In early 1994 he and his Dutch wife produced Literary Portraits of China, a 30 month project that brought them to all the hidden corners of the newly opening People’s Republic. Upon its completion the images were exhibited in the People’s Palace on Tiananmen Square, Beijing, and then followed by a worldwide tour.

From 1997 onwards Jimmy began to successfully undertake commercial advertising assignments for many of the world’s leading brands. At the same time he started accumulating images of remote and unique cultures photographed with a traditional 50-year-old plate camera. Many awards followed. When he started to successfully and internationally exhibit and sell these images, this created the subsequent momentum and enthusiasm for the initiation of Before they Pass Away.

Beautiful portraiture

darksilenceinsuburbia:

Lucile Chombart de Lauwe

Foyers (urbans) Mongols

Pays en transition, la Mongolie se (re)construit autour de villes et de noeuds urbains, bien loin de l’image d’épinal des grandes steppes. Ce monde en mouvement, guidé par le développement d’une économie de marché et par la multiplication de catastrophes climatiques, marque des ruptures.

Sans opposer nomadisme et sédentarité, Lucile Chombart de Lauwe nous fait partager les transformations, les transpositions et les ajustements des manières d’habiter d’une population s’installant ou déjà installée en ville, au sein de la capitale mongole Oulan-Bator, ou ailleurs. Le passage des grands espaces à la ville surpeuplée, de la tente circulaire et mobile à un habitat angulaire et fixe entraîne des changements de modes de vie qui posent question. Des questions quant aux possibilités d’adaptation des familles à cette nouvelle situation d’habitat et aux notions d’espace collectif et d’espace privé. Des questions également quant à l’entassement des populations dans les « quartiers de yourtes » où les nouveaux arrivants se sentent pourtant isolés. Des questions surtout sur les raisons et les conséquences de l’application d’un modèle urbain occidental et d’une norme qui uniformise les paysages et les cultures.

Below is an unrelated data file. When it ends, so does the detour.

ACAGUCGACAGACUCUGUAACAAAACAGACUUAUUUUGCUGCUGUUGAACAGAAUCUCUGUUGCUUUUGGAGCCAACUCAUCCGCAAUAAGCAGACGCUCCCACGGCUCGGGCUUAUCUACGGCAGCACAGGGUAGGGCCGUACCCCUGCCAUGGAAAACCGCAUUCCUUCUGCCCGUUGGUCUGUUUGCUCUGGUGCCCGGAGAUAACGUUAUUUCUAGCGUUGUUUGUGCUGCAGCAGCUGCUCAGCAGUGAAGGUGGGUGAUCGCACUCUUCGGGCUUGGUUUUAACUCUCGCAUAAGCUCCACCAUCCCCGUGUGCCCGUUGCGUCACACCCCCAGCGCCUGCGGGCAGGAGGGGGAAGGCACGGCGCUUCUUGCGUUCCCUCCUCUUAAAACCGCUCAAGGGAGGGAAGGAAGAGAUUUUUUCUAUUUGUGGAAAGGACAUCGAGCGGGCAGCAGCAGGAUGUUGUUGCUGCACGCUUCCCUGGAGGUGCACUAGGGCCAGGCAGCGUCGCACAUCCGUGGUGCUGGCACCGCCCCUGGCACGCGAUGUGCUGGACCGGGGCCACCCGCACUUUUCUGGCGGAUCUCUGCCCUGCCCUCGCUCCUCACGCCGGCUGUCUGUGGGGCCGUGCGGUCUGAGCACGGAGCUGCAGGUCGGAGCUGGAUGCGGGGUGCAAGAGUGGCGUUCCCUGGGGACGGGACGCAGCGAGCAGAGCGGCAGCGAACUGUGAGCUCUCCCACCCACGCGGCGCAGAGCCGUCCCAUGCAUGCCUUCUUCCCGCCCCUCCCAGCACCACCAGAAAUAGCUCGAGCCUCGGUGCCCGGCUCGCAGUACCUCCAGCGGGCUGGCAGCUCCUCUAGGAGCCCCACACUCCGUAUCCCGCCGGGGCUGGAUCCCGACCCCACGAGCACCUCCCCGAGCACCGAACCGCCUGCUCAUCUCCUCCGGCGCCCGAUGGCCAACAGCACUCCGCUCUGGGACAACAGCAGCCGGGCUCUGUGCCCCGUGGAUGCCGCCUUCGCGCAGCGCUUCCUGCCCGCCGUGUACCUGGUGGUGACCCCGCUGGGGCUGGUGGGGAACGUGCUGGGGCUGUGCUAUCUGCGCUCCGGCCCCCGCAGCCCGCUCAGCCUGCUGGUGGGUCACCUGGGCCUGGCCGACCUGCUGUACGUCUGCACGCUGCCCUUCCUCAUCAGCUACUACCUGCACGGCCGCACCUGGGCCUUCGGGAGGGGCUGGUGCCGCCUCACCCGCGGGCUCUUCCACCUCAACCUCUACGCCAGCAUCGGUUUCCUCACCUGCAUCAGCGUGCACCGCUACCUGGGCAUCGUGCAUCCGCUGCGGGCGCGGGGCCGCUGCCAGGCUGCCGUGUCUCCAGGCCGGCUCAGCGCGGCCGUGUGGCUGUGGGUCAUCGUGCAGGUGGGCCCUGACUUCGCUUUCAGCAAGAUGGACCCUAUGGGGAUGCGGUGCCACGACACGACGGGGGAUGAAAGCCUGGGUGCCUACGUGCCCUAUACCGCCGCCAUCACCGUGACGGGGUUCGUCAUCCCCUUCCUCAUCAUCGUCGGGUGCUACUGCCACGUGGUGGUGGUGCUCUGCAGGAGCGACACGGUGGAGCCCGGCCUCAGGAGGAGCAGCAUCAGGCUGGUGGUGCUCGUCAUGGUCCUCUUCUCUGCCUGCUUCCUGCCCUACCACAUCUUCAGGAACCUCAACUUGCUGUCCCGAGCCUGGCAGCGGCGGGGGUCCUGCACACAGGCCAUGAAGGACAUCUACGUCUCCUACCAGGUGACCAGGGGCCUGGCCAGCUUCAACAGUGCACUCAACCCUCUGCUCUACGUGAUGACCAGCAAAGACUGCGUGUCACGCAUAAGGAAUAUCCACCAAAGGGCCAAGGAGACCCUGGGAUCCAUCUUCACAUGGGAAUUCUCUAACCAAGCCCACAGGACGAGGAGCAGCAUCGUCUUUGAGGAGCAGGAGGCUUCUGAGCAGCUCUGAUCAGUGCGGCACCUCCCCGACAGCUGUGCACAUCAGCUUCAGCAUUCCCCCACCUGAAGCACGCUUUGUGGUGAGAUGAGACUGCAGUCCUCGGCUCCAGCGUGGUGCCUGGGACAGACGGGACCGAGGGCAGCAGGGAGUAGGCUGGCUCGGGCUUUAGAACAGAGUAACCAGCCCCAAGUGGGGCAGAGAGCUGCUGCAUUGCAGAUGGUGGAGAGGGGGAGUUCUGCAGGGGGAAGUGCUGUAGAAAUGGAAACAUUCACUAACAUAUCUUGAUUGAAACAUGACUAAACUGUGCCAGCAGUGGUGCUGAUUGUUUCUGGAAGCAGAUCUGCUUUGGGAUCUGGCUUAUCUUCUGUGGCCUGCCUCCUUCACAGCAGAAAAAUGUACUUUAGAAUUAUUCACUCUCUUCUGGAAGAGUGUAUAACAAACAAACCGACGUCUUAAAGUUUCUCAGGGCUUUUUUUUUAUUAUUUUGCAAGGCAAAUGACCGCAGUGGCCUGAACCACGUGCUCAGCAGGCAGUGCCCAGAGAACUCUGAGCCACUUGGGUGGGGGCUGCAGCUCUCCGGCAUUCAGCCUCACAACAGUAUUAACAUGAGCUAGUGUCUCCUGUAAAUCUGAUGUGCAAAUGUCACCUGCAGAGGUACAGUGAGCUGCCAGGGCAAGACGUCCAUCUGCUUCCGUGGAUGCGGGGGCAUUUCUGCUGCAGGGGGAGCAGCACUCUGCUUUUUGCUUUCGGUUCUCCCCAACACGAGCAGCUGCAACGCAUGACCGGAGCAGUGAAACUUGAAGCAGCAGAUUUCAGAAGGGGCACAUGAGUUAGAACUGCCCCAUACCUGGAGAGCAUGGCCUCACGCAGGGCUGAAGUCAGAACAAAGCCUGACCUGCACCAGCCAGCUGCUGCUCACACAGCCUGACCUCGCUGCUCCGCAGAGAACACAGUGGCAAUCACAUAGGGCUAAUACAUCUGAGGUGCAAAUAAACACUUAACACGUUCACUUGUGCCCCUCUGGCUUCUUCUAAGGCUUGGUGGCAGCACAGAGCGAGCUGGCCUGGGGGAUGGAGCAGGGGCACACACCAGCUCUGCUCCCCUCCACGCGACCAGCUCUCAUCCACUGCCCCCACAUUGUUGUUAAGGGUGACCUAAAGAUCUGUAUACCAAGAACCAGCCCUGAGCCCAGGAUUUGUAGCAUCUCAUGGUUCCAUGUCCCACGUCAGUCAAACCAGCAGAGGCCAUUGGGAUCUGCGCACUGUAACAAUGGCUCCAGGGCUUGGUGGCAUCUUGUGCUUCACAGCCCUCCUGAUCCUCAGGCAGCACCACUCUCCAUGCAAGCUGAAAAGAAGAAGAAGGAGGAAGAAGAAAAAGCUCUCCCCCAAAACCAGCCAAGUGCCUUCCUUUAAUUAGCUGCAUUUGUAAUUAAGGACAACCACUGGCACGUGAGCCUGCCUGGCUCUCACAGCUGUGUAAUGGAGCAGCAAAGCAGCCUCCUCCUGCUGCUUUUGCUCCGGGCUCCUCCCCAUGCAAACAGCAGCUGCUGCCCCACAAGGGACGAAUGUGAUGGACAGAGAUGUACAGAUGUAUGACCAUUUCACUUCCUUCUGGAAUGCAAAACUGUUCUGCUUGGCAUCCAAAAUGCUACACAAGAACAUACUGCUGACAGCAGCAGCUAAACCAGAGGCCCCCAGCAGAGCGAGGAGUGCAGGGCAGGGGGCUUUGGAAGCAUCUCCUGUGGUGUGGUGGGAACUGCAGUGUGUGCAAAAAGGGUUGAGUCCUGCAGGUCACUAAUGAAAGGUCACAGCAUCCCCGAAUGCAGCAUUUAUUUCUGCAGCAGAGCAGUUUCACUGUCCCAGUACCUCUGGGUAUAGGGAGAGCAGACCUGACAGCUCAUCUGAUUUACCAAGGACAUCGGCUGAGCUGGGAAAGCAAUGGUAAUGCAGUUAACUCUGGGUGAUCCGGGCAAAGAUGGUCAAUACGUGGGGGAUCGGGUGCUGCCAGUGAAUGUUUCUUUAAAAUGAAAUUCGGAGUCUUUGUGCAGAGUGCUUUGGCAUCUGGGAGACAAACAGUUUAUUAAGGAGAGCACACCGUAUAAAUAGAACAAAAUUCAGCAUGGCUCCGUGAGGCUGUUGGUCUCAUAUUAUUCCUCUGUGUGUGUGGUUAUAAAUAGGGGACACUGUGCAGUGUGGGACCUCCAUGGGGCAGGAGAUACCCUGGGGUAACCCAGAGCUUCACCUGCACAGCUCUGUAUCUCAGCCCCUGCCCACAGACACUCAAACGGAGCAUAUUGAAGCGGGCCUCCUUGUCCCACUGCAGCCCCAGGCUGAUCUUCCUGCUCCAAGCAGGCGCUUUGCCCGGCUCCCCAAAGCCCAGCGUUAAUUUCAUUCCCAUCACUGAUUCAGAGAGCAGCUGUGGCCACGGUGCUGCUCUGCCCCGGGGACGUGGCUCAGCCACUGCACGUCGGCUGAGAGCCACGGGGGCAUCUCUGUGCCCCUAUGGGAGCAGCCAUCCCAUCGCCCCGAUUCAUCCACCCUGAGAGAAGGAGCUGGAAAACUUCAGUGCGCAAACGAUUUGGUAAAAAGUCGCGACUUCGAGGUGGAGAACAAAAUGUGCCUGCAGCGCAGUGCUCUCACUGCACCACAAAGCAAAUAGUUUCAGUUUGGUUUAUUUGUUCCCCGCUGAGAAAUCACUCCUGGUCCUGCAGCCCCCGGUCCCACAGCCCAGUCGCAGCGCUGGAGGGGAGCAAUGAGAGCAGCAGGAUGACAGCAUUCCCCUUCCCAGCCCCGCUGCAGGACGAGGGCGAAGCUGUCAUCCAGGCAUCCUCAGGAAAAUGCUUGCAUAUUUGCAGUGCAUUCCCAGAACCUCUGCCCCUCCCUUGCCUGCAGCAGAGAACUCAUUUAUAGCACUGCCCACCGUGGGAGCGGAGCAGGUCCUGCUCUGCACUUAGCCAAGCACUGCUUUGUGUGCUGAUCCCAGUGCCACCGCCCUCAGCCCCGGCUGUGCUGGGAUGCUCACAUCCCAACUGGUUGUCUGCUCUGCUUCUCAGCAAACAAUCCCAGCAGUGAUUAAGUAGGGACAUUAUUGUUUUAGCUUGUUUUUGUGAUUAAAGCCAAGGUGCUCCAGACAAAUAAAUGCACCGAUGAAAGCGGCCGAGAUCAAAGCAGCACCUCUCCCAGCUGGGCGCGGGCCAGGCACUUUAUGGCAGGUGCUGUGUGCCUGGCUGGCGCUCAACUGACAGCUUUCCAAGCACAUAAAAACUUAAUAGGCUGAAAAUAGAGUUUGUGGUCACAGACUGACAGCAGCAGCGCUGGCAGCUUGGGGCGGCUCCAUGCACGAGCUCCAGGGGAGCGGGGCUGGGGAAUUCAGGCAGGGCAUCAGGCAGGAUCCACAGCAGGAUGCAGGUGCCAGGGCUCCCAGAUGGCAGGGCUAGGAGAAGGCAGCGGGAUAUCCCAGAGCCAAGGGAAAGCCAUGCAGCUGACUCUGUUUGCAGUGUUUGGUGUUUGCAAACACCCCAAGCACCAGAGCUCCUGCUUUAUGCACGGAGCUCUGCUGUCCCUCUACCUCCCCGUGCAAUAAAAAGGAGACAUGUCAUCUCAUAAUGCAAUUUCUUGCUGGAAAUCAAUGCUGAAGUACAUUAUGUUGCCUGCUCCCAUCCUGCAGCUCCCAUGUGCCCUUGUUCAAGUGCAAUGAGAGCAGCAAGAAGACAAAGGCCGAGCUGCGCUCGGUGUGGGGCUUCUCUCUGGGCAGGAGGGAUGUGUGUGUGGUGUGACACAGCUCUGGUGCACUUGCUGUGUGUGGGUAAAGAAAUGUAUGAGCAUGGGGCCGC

La ville d’Oulan-Bator (UB) rassemble à elle seule la moitié de la population du pays, plus d’un million d’habitants. Elle se compose de bâtiments modernes accolés à des immeubles à l’architecture héritée de l’urbanisation soviétique et de faubourgs enfumés par l’activité des yourtes. Les trois-quarts de la population de la capitale vivent dans ces quartiers de yourtes où le quotidien s’organise autour d’allers et venues aux kiosques à eau et de l’achat du charbon qui alimente le poêle. D’autres mongols résident dans les logements bâtis en dur au confort inspiré par une certaine conception du “bien-être” à l’occidental. Ici, les conditions d’habitat différentes se mêlent aux cultures locales : des générations peuvent vivre dans le même appartement, des parents dormir avec leurs enfants dans le même lit ou continuer à déplier leur matelas au sol dans un logement qui n’est pourtant plus traditionnel.

C’est en s’attachant au rapport des familles à leur habitat, son utilisation et son environnement que la photographe met en lumière les transformations de la société mongole. À la complexité urbaine de la ville d’Oulan-Bator s’ajoute une mixité économique, sociale et culturelle que reflètent les modes de vie divergents.

Justine Pribetich, sociologue